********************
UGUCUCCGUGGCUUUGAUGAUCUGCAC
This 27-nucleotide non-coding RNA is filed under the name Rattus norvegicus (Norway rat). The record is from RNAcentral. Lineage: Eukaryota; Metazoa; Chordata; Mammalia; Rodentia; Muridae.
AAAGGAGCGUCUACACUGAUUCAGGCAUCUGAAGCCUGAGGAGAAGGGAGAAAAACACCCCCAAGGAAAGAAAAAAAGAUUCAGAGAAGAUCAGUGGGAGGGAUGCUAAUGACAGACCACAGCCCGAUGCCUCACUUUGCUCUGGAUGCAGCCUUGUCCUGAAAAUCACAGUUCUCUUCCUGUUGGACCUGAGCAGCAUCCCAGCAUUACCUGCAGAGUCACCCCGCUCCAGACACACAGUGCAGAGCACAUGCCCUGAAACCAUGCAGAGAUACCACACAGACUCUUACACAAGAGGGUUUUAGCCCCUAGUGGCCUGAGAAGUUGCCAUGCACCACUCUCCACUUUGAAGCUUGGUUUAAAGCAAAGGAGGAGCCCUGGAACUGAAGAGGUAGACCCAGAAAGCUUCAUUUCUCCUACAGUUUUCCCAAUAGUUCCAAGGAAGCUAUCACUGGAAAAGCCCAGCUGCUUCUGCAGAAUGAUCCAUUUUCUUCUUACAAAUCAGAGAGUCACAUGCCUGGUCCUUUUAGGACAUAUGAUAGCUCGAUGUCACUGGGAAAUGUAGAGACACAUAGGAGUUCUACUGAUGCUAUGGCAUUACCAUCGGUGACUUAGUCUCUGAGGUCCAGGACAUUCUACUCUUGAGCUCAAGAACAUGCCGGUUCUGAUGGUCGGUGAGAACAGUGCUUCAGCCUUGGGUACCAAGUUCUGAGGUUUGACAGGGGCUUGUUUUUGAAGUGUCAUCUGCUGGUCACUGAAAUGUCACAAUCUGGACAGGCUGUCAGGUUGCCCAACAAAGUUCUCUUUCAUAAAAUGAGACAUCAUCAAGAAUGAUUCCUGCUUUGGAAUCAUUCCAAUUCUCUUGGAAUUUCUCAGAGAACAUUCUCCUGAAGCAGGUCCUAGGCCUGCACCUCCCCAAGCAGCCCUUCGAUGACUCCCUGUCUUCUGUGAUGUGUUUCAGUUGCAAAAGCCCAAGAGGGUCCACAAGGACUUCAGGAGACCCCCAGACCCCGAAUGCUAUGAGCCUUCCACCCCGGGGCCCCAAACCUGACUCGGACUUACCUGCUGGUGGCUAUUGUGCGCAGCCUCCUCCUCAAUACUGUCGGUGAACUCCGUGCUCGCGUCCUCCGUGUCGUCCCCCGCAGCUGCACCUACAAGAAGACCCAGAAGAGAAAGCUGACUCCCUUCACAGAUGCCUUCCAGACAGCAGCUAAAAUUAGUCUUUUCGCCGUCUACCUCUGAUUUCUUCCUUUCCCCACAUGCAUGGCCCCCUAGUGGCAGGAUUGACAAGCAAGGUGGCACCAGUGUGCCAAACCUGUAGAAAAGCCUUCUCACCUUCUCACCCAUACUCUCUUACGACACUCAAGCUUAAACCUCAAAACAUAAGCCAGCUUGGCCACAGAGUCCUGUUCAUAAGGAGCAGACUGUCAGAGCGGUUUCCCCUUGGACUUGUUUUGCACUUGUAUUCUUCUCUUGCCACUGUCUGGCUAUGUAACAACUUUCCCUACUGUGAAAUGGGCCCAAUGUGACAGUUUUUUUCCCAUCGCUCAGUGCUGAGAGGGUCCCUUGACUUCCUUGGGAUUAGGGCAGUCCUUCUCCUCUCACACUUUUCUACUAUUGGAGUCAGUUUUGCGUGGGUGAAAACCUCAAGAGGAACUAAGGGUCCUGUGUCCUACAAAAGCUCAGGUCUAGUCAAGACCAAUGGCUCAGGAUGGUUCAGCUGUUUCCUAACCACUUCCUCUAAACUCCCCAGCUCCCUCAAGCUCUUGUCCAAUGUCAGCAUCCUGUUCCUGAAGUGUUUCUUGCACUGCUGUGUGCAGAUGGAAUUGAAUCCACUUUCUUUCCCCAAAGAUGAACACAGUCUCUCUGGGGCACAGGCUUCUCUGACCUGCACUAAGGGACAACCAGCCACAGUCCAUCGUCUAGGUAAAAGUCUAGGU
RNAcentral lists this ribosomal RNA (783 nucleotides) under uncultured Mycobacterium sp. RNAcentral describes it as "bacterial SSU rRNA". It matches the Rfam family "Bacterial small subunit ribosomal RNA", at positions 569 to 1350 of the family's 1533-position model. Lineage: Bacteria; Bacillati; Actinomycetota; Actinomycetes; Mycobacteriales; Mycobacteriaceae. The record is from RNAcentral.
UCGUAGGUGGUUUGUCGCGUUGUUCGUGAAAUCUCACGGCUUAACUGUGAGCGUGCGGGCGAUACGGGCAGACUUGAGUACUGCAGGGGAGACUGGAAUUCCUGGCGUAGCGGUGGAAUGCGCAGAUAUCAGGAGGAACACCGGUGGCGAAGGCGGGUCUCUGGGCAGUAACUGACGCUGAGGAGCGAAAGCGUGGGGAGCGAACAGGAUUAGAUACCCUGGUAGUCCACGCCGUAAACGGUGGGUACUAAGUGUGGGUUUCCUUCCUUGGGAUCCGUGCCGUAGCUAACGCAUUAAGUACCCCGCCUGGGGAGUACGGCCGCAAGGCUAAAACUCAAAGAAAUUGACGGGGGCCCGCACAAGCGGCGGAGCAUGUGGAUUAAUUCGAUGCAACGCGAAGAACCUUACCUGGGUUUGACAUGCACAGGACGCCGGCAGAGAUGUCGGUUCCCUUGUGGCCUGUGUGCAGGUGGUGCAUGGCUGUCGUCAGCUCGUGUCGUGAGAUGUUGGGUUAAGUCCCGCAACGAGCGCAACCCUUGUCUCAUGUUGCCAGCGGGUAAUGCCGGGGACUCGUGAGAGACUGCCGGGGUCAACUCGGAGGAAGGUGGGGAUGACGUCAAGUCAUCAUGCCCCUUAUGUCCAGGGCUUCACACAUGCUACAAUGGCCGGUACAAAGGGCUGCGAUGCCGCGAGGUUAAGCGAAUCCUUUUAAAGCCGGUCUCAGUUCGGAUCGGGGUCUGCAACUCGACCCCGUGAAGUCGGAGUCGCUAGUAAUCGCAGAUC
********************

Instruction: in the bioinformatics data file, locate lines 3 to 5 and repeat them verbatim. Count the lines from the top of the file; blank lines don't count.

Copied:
AAAGGAGCGUCUACACUGAUUCAGGCAUCUGAAGCCUGAGGAGAAGGGAGAAAAACACCCCCAAGGAAAGAAAAAAAGAUUCAGAGAAGAUCAGUGGGAGGGAUGCUAAUGACAGACCACAGCCCGAUGCCUCACUUUGCUCUGGAUGCAGCCUUGUCCUGAAAAUCACAGUUCUCUUCCUGUUGGACCUGAGCAGCAUCCCAGCAUUACCUGCAGAGUCACCCCGCUCCAGACACACAGUGCAGAGCACAUGCCCUGAAACCAUGCAGAGAUACCACACAGACUCUUACACAAGAGGGUUUUAGCCCCUAGUGGCCUGAGAAGUUGCCAUGCACCACUCUCCACUUUGAAGCUUGGUUUAAAGCAAAGGAGGAGCCCUGGAACUGAAGAGGUAGACCCAGAAAGCUUCAUUUCUCCUACAGUUUUCCCAAUAGUUCCAAGGAAGCUAUCACUGGAAAAGCCCAGCUGCUUCUGCAGAAUGAUCCAUUUUCUUCUUACAAAUCAGAGAGUCACAUGCCUGGUCCUUUUAGGACAUAUGAUAGCUCGAUGUCACUGGGAAAUGUAGAGACACAUAGGAGUUCUACUGAUGCUAUGGCAUUACCAUCGGUGACUUAGUCUCUGAGGUCCAGGACAUUCUACUCUUGAGCUCAAGAACAUGCCGGUUCUGAUGGUCGGUGAGAACAGUGCUUCAGCCUUGGGUACCAAGUUCUGAGGUUUGACAGGGGCUUGUUUUUGAAGUGUCAUCUGCUGGUCACUGAAAUGUCACAAUCUGGACAGGCUGUCAGGUUGCCCAACAAAGUUCUCUUUCAUAAAAUGAGACAUCAUCAAGAAUGAUUCCUGCUUUGGAAUCAUUCCAAUUCUCUUGGAAUUUCUCAGAGAACAUUCUCCUGAAGCAGGUCCUAGGCCUGCACCUCCCCAAGCAGCCCUUCGAUGACUCCCUGUCUUCUGUGAUGUGUUUCAGUUGCAAAAGCCCAAGAGGGUCCACAAGGACUUCAGGAGACCCCCAGACCCCGAAUGCUAUGAGCCUUCCACCCCGGGGCCCCAAACCUGACUCGGACUUACCUGCUGGUGGCUAUUGUGCGCAGCCUCCUCCUCAAUACUGUCGGUGAACUCCGUGCUCGCGUCCUCCGUGUCGUCCCCCGCAGCUGCACCUACAAGAAGACCCAGAAGAGAAAGCUGACUCCCUUCACAGAUGCCUUCCAGACAGCAGCUAAAAUUAGUCUUUUCGCCGUCUACCUCUGAUUUCUUCCUUUCCCCACAUGCAUGGCCCCCUAGUGGCAGGAUUGACAAGCAAGGUGGCACCAGUGUGCCAAACCUGUAGAAAAGCCUUCUCACCUUCUCACCCAUACUCUCUUACGACACUCAAGCUUAAACCUCAAAACAUAAGCCAGCUUGGCCACAGAGUCCUGUUCAUAAGGAGCAGACUGUCAGAGCGGUUUCCCCUUGGACUUGUUUUGCACUUGUAUUCUUCUCUUGCCACUGUCUGGCUAUGUAACAACUUUCCCUACUGUGAAAUGGGCCCAAUGUGACAGUUUUUUUCCCAUCGCUCAGUGCUGAGAGGGUCCCUUGACUUCCUUGGGAUUAGGGCAGUCCUUCUCCUCUCACACUUUUCUACUAUUGGAGUCAGUUUUGCGUGGGUGAAAACCUCAAGAGGAACUAAGGGUCCUGUGUCCUACAAAAGCUCAGGUCUAGUCAAGACCAAUGGCUCAGGAUGGUUCAGCUGUUUCCUAACCACUUCCUCUAAACUCCCCAGCUCCCUCAAGCUCUUGUCCAAUGUCAGCAUCCUGUUCCUGAAGUGUUUCUUGCACUGCUGUGUGCAGAUGGAAUUGAAUCCACUUUCUUUCCCCAAAGAUGAACACAGUCUCUCUGGGGCACAGGCUUCUCUGACCUGCACUAAGGGACAACCAGCCACAGUCCAUCGUCUAGGUAAAAGUCUAGGU
RNAcentral lists this ribosomal RNA (783 nucleotides) under uncultured Mycobacterium sp. RNAcentral describes it as "bacterial SSU rRNA". It matches the Rfam family "Bacterial small subunit ribosomal RNA", at positions 569 to 1350 of the family's 1533-position model. Lineage: Bacteria; Bacillati; Actinomycetota; Actinomycetes; Mycobacteriales; Mycobacteriaceae. The record is from RNAcentral.
UCGUAGGUGGUUUGUCGCGUUGUUCGUGAAAUCUCACGGCUUAACUGUGAGCGUGCGGGCGAUACGGGCAGACUUGAGUACUGCAGGGGAGACUGGAAUUCCUGGCGUAGCGGUGGAAUGCGCAGAUAUCAGGAGGAACACCGGUGGCGAAGGCGGGUCUCUGGGCAGUAACUGACGCUGAGGAGCGAAAGCGUGGGGAGCGAACAGGAUUAGAUACCCUGGUAGUCCACGCCGUAAACGGUGGGUACUAAGUGUGGGUUUCCUUCCUUGGGAUCCGUGCCGUAGCUAACGCAUUAAGUACCCCGCCUGGGGAGUACGGCCGCAAGGCUAAAACUCAAAGAAAUUGACGGGGGCCCGCACAAGCGGCGGAGCAUGUGGAUUAAUUCGAUGCAACGCGAAGAACCUUACCUGGGUUUGACAUGCACAGGACGCCGGCAGAGAUGUCGGUUCCCUUGUGGCCUGUGUGCAGGUGGUGCAUGGCUGUCGUCAGCUCGUGUCGUGAGAUGUUGGGUUAAGUCCCGCAACGAGCGCAACCCUUGUCUCAUGUUGCCAGCGGGUAAUGCCGGGGACUCGUGAGAGACUGCCGGGGUCAACUCGGAGGAAGGUGGGGAUGACGUCAAGUCAUCAUGCCCCUUAUGUCCAGGGCUUCACACAUGCUACAAUGGCCGGUACAAAGGGCUGCGAUGCCGCGAGGUUAAGCGAAUCCUUUUAAAGCCGGUCUCAGUUCGGAUCGGGGUCUGCAACUCGACCCCGUGAAGUCGGAGUCGCUAGUAAUCGCAGAUC